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Author Topic: Gaming in the News  (Read 25998 times)

Beer Monkey

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Re: Gaming in the News
« Reply #15 on: March 13, 2006, 12:02:38 PM »

Isn't that the original tagline for this website?

Yep, but you left out the inverted pentagram for the eye pupil.
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sean80

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Re: Gaming in the News
« Reply #16 on: March 13, 2006, 12:34:28 PM »

That is a little extreme.  I do agree with laws banning the sale of violent games to minors but to restrict them to everyone is a little much.  Next they will band R rated movies and liquor too. 
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Geese

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Re: Gaming in the News
« Reply #17 on: March 13, 2006, 01:07:59 PM »

Meh...this is another post-mortem equine flogging. If you ban violent videogames, you'd have to ban violent movies, TV and books as well. It'll never happen.   (crosses fingers)   ;D
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ICandee

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Re: Gaming in the News
« Reply #18 on: March 13, 2006, 06:35:52 PM »

I problem I see here doesn't lie with the game industry, but with the parents.  If a game says "17 and up", don't let your ten year old play it.  If a parent does let their minor play a violent/sexually explicit video game, that's not the game industry's fault.  People in office like to blame them because it makes them look like they're looking out for "families" to the voters.  I'm surprised more people don't see right through this, but I suppose those are the people that don't play VG in the first place so they'll believe what government officials and the media tells them. 

The bottom line here is that VG aren't just for kids anymore.  I don't see anything more the industry itself can do than what it's already doing:  Putting ratings on games to restrict sales.  The stores can take responsibility by having harsher selling policies (i.e.-carding, the ESRB can implement fines and send in minors like they do with alcohol and cigs) but after that it's the parent's responsibility to restrict these games for their children (or should be).  And let's face it, that'll never happen.  And those in office aren't about to call out the parents on this one.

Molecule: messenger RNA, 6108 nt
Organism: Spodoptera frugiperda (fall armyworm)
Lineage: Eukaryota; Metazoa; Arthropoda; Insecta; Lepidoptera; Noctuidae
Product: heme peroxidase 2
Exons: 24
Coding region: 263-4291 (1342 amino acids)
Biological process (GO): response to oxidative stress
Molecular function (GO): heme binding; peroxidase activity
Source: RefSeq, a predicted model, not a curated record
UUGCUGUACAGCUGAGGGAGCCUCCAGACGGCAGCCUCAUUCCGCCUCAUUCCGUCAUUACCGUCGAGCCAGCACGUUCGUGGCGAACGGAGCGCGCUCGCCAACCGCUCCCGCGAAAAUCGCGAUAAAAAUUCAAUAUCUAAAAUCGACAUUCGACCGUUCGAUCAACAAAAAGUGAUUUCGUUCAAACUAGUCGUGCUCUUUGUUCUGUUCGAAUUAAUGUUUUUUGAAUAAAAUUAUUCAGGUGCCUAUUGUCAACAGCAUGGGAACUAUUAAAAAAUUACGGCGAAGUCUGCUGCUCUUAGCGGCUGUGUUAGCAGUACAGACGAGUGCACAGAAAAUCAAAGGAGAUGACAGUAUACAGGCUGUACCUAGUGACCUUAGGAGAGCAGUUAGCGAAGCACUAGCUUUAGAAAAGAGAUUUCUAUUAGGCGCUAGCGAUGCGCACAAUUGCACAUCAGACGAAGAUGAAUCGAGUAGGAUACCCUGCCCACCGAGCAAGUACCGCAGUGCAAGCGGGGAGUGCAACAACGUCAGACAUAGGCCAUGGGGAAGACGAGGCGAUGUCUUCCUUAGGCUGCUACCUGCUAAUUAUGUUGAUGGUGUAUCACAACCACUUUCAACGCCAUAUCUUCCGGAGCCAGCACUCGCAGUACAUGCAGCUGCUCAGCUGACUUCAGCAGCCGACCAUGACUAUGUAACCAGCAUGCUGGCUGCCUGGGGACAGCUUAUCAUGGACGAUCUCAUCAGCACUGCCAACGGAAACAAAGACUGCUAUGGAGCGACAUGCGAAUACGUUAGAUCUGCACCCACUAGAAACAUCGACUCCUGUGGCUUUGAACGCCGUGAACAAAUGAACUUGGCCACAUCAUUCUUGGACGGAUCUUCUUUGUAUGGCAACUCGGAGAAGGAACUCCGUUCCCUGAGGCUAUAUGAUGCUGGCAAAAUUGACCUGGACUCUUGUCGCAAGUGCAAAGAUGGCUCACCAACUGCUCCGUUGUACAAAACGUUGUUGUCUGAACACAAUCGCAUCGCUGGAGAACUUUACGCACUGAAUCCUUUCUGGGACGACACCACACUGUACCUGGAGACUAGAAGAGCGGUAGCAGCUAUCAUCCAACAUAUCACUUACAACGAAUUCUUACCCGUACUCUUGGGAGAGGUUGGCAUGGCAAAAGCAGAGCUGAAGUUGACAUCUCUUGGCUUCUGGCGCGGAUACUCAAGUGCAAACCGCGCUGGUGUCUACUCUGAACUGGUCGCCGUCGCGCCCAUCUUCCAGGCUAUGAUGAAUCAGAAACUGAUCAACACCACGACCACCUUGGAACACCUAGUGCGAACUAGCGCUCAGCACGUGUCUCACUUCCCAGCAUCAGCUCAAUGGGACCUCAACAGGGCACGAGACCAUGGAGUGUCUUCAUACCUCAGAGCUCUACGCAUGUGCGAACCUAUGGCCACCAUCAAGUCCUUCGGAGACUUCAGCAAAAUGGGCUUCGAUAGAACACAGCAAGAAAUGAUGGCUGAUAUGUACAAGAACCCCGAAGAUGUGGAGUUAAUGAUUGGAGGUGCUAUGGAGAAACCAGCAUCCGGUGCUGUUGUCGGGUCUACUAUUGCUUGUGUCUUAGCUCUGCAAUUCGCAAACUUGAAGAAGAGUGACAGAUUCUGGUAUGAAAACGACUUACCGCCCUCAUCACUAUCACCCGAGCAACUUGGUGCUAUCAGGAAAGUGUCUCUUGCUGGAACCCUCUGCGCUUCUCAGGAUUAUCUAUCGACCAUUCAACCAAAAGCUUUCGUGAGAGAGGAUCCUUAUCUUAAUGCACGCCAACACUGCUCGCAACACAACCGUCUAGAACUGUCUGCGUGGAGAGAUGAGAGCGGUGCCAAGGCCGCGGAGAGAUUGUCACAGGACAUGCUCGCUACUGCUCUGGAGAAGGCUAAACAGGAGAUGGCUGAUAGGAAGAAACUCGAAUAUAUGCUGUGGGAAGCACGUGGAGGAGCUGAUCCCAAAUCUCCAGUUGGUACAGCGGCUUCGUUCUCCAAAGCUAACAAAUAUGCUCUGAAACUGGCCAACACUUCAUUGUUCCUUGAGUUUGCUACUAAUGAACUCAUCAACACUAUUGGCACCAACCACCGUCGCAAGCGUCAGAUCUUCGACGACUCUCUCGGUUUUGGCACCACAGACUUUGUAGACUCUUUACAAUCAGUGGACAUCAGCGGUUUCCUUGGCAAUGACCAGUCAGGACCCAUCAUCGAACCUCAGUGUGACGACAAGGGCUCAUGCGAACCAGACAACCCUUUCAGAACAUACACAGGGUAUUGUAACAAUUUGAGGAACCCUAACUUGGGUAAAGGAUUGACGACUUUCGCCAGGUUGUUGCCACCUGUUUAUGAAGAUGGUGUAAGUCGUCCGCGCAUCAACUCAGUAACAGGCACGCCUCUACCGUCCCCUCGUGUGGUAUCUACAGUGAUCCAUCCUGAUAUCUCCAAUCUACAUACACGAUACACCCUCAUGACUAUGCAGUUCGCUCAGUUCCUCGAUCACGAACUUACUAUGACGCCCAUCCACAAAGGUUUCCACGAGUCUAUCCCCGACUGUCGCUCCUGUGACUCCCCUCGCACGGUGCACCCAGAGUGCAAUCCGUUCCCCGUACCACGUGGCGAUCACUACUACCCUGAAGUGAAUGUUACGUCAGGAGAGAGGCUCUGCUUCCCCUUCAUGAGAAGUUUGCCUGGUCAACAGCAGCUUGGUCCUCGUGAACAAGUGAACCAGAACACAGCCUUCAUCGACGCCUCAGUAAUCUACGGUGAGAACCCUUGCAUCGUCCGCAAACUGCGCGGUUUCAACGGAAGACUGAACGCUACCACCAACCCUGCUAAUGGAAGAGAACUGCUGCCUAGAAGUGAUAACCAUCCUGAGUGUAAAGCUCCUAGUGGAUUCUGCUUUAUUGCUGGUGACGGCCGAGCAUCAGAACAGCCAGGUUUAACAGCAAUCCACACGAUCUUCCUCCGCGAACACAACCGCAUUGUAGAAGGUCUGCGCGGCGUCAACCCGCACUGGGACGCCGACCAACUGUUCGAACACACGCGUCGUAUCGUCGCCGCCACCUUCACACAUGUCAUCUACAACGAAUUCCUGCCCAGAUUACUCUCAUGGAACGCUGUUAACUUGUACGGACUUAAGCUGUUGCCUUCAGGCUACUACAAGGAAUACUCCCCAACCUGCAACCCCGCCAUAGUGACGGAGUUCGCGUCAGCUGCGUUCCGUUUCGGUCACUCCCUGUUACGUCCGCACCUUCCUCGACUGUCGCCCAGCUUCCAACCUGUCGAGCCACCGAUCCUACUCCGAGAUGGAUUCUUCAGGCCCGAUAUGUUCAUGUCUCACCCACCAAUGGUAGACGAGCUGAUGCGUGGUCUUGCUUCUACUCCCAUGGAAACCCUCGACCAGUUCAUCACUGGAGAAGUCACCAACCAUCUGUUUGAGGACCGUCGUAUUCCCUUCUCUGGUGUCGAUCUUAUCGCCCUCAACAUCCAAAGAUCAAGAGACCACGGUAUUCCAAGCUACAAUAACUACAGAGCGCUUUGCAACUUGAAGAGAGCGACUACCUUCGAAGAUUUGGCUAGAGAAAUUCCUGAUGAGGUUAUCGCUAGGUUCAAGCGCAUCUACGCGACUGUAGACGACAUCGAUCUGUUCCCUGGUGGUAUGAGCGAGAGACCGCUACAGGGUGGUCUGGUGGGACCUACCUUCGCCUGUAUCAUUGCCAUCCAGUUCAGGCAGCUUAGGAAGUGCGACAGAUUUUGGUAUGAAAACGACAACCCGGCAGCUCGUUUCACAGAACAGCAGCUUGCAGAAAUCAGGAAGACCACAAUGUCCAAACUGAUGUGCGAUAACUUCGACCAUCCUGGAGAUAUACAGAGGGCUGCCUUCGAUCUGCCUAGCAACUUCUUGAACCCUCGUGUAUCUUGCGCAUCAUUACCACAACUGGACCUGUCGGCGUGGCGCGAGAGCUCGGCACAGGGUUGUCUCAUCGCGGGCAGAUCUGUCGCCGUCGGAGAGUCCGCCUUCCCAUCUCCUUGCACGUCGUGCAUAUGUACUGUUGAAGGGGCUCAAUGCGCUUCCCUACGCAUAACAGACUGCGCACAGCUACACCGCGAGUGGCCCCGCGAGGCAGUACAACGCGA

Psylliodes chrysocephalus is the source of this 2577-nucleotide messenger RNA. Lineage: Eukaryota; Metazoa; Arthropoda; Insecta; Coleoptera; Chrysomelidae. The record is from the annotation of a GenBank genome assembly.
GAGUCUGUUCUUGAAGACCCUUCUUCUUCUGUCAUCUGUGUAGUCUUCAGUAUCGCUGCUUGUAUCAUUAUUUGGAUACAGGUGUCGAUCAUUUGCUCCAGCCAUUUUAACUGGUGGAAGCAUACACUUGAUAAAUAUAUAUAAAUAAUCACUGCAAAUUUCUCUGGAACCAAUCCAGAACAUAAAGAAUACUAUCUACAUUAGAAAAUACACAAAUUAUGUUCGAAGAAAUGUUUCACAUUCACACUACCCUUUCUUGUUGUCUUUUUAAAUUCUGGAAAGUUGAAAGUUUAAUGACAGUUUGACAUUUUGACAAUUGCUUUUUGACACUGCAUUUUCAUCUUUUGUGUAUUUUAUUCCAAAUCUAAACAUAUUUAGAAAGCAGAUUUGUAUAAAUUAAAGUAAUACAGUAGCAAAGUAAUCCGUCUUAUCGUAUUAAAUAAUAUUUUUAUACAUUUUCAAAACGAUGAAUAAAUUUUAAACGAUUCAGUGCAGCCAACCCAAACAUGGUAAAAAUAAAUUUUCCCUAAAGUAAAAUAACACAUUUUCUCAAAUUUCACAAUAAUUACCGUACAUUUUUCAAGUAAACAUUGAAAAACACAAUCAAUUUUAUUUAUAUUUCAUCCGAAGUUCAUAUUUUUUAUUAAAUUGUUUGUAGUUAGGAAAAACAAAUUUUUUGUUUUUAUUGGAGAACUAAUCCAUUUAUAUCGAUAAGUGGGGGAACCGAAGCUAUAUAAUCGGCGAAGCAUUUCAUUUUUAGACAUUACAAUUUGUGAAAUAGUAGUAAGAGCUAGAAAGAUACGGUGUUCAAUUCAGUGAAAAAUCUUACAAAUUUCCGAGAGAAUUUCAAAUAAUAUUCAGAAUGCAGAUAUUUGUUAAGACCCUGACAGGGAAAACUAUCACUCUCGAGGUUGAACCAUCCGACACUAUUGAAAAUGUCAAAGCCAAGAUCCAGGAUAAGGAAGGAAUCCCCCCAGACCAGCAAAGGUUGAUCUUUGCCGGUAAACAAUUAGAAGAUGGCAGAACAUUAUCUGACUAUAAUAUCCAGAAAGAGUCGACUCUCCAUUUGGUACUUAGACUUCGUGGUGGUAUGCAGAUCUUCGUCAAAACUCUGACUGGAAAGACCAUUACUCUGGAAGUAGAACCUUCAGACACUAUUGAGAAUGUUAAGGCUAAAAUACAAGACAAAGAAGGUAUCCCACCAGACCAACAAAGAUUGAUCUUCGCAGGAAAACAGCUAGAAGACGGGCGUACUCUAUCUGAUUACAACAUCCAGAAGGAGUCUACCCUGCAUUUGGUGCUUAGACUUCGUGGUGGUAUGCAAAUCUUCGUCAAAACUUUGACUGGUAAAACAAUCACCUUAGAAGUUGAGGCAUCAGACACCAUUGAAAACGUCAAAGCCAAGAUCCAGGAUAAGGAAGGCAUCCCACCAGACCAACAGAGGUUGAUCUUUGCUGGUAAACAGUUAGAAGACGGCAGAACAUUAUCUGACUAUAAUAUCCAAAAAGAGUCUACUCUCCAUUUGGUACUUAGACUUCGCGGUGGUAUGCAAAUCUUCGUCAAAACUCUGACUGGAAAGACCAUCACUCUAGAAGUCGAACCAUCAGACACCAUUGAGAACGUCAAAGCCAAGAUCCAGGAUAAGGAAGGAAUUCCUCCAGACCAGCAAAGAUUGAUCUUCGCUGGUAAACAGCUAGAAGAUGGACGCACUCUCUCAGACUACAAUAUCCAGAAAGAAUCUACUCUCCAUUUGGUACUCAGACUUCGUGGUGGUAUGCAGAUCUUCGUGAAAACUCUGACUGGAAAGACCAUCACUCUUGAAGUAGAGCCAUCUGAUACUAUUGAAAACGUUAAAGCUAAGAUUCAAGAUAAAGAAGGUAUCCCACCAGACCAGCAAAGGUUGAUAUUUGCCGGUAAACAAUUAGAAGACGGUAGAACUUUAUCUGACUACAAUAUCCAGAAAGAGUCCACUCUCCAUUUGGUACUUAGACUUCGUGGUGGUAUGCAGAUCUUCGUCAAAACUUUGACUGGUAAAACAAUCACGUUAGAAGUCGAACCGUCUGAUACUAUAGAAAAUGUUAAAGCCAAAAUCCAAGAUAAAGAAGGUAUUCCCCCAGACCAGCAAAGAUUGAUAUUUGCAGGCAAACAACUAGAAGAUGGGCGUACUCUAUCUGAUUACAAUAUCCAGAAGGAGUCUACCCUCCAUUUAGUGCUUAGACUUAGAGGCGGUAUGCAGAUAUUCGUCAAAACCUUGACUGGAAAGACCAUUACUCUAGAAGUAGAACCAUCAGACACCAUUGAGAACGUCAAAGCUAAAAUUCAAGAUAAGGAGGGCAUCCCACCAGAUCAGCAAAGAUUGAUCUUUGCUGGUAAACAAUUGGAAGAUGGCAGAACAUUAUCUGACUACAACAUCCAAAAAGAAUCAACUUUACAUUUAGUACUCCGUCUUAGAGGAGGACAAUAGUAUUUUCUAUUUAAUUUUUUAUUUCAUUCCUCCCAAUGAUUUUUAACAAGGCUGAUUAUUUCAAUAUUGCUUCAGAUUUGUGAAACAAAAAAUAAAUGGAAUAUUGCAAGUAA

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sean80

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Re: Gaming in the News
« Reply #19 on: March 13, 2006, 08:37:39 PM »

I agree with you completely Maggi.  I don't see how it is unconstitutional to restrict the sale of M rated games to minors yet it is ok to keep kids out of R rated movies in the theatres. 
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Beer Monkey

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Re: Gaming in the News
« Reply #20 on: March 13, 2006, 09:07:49 PM »

I agree with you completely Maggi.  I don't see how it is unconstitutional to restrict the sale of M rated games to minors yet it is ok to keep kids out of R rated movies in the theatres. 

Actually, legislation to make it a crime for kids to buy 'M' rated games (shot down as unconstitutional) or this posturing about 'making all violent games' illegal both go way beyond the MPAA rating system.   The system of rating moves 'G/PG/PG-13/R/NC-17' is a completely voluntary practice of the movie business and no law has any relation to it.   An usher or ticket seller can let a 10-year-old into an R-rated film and no law has been broken, the law doesn't even address it.

If anything, the current game rating system of the last few years and the MPAA rating system are almost identical; they are voluntary systems to guide both parents and the sellers of media.

Ultimately the parents, not the industry or the game stores, need to be responsible IMO.   If they aren't, make them accountable, and nobody else, for what their kids are exposed to.